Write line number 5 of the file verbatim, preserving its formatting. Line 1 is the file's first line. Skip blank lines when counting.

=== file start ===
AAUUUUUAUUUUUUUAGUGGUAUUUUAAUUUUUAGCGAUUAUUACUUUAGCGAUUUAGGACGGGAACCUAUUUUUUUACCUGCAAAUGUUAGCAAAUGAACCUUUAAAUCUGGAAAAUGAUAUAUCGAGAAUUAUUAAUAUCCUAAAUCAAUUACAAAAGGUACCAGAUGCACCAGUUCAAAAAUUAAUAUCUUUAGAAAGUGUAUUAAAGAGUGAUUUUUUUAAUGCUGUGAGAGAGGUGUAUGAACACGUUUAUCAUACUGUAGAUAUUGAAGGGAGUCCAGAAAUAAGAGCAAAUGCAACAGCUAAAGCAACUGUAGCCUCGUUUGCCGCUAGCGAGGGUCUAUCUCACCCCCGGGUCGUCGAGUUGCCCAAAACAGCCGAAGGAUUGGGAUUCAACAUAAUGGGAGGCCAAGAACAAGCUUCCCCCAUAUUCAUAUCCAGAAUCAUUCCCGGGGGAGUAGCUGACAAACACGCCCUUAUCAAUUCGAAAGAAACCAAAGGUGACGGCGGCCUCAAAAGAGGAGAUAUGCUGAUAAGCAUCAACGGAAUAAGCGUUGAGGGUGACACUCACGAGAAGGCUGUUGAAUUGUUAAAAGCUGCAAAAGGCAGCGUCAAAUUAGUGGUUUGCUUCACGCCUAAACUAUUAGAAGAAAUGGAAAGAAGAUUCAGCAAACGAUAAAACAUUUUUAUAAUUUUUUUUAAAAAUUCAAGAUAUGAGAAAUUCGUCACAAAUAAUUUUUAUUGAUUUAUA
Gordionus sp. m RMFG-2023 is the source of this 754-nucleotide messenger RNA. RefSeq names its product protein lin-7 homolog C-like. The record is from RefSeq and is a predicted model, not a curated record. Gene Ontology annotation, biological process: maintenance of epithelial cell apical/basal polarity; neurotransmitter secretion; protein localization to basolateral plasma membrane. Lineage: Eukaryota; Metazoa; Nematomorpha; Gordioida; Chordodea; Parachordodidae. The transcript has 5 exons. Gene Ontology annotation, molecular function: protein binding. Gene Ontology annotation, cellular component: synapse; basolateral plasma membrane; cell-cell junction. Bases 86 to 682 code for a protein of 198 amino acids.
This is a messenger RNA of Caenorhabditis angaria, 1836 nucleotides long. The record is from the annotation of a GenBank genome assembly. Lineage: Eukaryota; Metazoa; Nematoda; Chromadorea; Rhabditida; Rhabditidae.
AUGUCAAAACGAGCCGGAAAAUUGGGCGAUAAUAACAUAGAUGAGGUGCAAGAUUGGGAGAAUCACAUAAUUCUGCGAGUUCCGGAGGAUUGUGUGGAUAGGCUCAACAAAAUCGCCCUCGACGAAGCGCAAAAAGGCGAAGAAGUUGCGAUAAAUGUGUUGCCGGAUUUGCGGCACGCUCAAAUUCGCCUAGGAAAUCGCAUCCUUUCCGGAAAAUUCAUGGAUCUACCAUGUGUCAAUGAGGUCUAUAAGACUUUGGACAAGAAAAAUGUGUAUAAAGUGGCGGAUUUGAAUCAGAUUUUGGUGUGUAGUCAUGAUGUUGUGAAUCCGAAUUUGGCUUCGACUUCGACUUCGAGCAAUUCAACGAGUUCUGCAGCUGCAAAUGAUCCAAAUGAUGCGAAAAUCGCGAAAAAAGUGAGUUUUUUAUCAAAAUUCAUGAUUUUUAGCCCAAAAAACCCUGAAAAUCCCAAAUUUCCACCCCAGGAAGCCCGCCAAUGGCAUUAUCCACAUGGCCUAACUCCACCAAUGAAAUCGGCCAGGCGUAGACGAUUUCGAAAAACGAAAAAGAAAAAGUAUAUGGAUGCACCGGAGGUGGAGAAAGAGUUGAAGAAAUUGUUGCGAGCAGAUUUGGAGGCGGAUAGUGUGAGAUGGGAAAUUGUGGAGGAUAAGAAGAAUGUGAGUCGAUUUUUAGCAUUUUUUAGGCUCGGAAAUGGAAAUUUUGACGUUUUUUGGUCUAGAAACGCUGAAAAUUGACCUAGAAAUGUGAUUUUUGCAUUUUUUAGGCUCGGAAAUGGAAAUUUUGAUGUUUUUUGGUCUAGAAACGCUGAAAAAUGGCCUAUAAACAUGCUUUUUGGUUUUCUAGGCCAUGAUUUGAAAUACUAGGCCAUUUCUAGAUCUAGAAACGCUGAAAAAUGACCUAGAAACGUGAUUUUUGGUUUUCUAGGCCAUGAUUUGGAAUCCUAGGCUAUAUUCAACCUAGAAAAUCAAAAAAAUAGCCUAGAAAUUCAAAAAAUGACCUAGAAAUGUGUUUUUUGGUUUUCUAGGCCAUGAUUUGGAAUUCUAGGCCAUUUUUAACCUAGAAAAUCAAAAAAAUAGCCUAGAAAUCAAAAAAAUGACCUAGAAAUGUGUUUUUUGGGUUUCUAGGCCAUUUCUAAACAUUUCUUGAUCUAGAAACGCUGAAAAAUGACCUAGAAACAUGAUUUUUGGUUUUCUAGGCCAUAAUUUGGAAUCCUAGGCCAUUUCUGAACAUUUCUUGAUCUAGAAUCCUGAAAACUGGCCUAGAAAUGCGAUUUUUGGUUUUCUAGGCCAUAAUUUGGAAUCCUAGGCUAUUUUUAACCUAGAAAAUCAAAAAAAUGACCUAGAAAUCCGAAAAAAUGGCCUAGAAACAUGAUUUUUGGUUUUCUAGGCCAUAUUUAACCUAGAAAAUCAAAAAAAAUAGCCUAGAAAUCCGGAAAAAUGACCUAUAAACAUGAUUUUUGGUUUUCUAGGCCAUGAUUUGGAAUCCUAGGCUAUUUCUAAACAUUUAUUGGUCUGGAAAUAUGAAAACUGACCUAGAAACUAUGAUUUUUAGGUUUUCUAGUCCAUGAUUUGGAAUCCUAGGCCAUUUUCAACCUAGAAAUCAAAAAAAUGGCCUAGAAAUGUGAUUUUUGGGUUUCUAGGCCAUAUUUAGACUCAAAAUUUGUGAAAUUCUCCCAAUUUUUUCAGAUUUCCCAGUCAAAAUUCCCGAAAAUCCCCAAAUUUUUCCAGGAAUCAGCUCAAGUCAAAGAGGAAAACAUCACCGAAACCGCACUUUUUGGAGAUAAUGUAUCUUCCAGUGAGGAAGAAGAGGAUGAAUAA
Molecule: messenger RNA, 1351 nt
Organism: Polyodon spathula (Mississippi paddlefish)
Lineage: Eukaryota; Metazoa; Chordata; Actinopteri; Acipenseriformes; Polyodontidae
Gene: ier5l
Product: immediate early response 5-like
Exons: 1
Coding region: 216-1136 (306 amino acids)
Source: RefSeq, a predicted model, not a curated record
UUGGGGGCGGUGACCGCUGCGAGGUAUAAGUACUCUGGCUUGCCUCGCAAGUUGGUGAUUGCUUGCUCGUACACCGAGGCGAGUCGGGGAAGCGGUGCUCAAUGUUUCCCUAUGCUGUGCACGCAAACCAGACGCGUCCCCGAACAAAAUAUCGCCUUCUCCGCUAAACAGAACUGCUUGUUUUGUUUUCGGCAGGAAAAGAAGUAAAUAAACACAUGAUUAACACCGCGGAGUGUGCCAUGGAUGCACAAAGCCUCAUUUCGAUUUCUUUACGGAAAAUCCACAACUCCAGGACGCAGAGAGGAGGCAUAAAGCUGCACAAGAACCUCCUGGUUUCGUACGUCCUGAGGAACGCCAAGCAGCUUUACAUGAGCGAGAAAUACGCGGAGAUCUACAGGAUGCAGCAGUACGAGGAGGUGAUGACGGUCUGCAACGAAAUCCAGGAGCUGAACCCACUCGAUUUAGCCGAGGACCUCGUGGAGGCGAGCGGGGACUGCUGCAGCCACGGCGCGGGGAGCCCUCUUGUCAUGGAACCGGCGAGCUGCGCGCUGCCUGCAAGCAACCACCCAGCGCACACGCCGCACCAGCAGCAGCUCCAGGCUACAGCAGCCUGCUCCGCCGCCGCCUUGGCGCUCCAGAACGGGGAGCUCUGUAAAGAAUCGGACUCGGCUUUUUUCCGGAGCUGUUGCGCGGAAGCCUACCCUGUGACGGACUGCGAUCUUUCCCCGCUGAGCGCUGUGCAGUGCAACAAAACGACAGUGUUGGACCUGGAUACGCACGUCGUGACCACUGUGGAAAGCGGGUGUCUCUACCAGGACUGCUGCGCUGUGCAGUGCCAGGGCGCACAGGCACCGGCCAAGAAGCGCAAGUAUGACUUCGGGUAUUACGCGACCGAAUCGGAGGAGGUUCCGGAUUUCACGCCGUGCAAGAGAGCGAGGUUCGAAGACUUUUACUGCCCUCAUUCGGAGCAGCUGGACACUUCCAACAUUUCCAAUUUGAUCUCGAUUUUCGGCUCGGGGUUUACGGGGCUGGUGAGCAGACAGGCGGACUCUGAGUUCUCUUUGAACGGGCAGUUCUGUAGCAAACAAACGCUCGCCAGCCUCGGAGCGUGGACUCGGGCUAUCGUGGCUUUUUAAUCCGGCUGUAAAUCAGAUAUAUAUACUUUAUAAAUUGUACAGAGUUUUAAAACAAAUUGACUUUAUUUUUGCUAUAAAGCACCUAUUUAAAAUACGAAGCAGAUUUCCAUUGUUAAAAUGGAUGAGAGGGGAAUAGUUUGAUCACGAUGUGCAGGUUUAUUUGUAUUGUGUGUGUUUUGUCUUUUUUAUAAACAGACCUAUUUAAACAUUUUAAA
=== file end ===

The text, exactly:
Molecule: messenger RNA, 1351 nt